Are the days of mutual consensus and multilateral international trade agreements over? The United States said yes last week in Buenos Aries.
It wasn’t a coincidence that the U.S., one of the 164 member countries of the World Trade Organization, also refused to sign a letter of understanding that supported WTO-type agreements.
Ironically, it was the U.S. senior trade representative who claimed the event as a victory for global trade.
“(This trade meeting) will be remembered as the moment when the impasse at the WTO was broken,” said Robert Lighthizer.
“Many members recognized that the WTO must pursue a fresh start in key areas so that like-minded WTO members and their constituents are not held back by the few members that are not ready to act.”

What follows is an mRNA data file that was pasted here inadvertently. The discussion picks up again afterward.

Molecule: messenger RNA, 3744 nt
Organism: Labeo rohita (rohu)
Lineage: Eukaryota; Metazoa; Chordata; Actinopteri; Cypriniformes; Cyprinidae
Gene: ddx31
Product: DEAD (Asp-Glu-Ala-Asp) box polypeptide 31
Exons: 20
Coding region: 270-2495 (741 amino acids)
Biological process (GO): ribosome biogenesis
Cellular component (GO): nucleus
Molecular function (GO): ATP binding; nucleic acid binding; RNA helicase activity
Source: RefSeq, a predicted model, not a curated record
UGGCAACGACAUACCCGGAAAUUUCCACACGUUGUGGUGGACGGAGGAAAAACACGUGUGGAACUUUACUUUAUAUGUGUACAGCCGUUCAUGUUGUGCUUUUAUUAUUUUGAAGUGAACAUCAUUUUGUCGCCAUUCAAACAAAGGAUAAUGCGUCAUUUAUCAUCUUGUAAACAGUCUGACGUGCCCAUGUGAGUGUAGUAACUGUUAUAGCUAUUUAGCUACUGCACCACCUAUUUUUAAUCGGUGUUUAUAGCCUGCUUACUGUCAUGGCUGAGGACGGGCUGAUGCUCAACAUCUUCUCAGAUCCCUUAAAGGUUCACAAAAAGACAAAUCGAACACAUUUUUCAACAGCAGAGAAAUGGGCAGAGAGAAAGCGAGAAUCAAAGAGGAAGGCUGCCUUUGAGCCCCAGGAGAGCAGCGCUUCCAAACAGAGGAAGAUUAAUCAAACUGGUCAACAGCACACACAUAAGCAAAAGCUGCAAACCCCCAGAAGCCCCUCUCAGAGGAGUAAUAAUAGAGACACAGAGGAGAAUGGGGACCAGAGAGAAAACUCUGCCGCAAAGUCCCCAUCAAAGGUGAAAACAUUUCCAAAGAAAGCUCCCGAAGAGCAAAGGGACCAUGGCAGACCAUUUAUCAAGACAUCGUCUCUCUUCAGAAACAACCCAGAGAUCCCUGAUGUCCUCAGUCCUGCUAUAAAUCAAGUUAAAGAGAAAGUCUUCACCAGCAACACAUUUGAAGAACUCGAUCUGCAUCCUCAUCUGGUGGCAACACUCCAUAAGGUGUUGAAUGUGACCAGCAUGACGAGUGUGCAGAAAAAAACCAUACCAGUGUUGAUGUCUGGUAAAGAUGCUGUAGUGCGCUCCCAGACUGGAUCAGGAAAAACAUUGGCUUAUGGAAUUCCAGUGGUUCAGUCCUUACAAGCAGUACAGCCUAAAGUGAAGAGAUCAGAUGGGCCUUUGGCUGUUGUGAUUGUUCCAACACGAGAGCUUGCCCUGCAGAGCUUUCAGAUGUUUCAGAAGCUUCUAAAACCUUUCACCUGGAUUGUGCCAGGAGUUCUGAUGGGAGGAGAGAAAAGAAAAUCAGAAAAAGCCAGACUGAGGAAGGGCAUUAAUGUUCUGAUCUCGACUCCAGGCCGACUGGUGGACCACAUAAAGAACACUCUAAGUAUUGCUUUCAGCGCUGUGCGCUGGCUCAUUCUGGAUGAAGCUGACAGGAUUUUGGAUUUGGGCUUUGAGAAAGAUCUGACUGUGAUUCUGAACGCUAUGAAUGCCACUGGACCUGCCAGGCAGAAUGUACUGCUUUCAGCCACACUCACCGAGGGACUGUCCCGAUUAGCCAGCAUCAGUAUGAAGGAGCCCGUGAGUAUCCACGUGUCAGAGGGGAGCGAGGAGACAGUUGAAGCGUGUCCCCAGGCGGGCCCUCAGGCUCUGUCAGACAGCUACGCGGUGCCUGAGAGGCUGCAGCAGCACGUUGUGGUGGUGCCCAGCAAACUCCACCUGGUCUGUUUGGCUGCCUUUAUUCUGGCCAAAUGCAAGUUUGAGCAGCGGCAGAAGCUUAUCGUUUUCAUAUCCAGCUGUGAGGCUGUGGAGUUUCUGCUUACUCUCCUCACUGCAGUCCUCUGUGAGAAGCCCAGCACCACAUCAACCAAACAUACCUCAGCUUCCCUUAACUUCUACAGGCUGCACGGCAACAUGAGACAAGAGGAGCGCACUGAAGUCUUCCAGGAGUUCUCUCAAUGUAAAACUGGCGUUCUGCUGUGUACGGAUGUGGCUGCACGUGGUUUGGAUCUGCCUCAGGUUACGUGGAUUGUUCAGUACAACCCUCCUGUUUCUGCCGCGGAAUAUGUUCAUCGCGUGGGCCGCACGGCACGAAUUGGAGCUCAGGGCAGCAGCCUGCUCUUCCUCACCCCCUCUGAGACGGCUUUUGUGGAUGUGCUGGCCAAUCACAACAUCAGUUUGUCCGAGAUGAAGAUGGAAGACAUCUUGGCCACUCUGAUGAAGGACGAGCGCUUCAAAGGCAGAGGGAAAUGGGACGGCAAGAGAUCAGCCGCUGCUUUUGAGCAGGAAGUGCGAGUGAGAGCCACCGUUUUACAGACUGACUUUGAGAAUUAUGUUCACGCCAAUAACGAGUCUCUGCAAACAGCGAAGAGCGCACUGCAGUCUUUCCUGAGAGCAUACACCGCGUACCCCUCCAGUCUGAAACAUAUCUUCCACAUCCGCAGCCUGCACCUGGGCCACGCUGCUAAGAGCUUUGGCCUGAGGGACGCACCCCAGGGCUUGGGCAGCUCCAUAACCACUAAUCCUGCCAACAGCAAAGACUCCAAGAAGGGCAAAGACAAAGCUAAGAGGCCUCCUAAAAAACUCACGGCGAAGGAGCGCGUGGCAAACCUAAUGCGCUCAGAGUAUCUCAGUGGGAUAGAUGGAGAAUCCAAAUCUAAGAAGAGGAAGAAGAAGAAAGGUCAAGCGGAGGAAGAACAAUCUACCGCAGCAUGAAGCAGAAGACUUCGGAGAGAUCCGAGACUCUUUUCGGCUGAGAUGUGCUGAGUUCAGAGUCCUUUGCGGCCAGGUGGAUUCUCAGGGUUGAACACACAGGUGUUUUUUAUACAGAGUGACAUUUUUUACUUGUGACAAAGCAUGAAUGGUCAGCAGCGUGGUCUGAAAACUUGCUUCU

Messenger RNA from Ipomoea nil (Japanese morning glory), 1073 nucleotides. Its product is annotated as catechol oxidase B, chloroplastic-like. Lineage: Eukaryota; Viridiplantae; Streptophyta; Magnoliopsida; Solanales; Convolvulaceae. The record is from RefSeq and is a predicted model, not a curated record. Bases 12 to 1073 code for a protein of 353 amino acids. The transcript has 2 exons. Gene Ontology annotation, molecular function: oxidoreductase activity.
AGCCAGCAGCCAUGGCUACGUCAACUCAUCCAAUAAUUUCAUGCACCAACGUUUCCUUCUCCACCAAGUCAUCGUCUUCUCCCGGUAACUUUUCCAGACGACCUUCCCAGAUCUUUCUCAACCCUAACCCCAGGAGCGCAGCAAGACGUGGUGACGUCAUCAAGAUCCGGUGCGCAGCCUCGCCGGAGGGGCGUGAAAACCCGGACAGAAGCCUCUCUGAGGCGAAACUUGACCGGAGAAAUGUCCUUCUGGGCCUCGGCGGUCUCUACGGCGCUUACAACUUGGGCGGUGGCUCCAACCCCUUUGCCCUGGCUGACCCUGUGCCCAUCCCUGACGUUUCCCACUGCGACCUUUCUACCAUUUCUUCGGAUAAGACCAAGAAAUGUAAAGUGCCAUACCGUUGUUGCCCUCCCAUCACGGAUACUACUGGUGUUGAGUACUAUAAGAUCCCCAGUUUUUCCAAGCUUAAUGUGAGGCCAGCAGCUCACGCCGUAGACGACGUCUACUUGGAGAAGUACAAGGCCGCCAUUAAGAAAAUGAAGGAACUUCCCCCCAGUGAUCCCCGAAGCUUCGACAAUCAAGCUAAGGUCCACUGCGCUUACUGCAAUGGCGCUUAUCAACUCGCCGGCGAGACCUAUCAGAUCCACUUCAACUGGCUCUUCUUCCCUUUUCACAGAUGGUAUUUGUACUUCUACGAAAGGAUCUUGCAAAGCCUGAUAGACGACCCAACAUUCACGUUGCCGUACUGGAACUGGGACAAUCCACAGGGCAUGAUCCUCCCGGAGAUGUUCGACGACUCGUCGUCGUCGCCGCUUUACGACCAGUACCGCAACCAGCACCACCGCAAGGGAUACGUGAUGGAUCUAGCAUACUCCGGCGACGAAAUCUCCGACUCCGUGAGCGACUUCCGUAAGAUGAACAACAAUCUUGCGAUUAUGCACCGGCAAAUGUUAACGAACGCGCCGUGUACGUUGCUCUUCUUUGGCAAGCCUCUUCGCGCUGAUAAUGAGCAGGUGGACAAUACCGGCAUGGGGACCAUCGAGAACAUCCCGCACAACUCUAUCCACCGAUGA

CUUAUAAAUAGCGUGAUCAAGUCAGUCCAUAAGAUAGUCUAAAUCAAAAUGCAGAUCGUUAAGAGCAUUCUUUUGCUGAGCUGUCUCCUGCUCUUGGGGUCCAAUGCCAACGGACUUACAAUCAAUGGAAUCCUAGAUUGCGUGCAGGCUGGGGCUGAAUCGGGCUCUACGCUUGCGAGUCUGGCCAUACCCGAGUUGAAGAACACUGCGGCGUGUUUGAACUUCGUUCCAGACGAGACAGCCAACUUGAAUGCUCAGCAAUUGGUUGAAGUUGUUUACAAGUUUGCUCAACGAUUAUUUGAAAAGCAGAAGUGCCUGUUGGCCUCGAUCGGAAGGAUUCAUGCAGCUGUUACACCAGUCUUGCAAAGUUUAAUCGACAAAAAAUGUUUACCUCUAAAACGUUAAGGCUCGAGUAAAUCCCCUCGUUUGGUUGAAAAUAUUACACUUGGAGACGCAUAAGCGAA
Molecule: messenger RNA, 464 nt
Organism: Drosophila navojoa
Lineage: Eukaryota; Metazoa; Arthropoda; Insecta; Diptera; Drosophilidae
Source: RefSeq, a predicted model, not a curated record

Lighthizer was speaking about a developed world, agricultural exporting nation motherhood and apple pie statement that did come out of the Argentina meeting, but not supported by India and China:
“In order to face the challenge of producing more food in a safer and sustainable way, farmers must be able to access the full range of tools and technologies available for agricultural production. Yet, our farmers’ choice of safe tools is increasingly undermined by regulatory barriers that lack a sufficient scientific justification, and this is having substantial negative impact on the production of, and trade in, safe food and agricultural products. We believe in both protecting human health and facilitating access to food, both goals of the WTO Agreement on the Application of Sanitary and Phytosanitary Measures…. (It) is needed to support farmers’ choice in tools that can expand agricultural production and facilitate access to food and agricultural products, and also to safeguard human, animal and plant health.”
So the meeting was valuable, but not in a mutually agreeable way.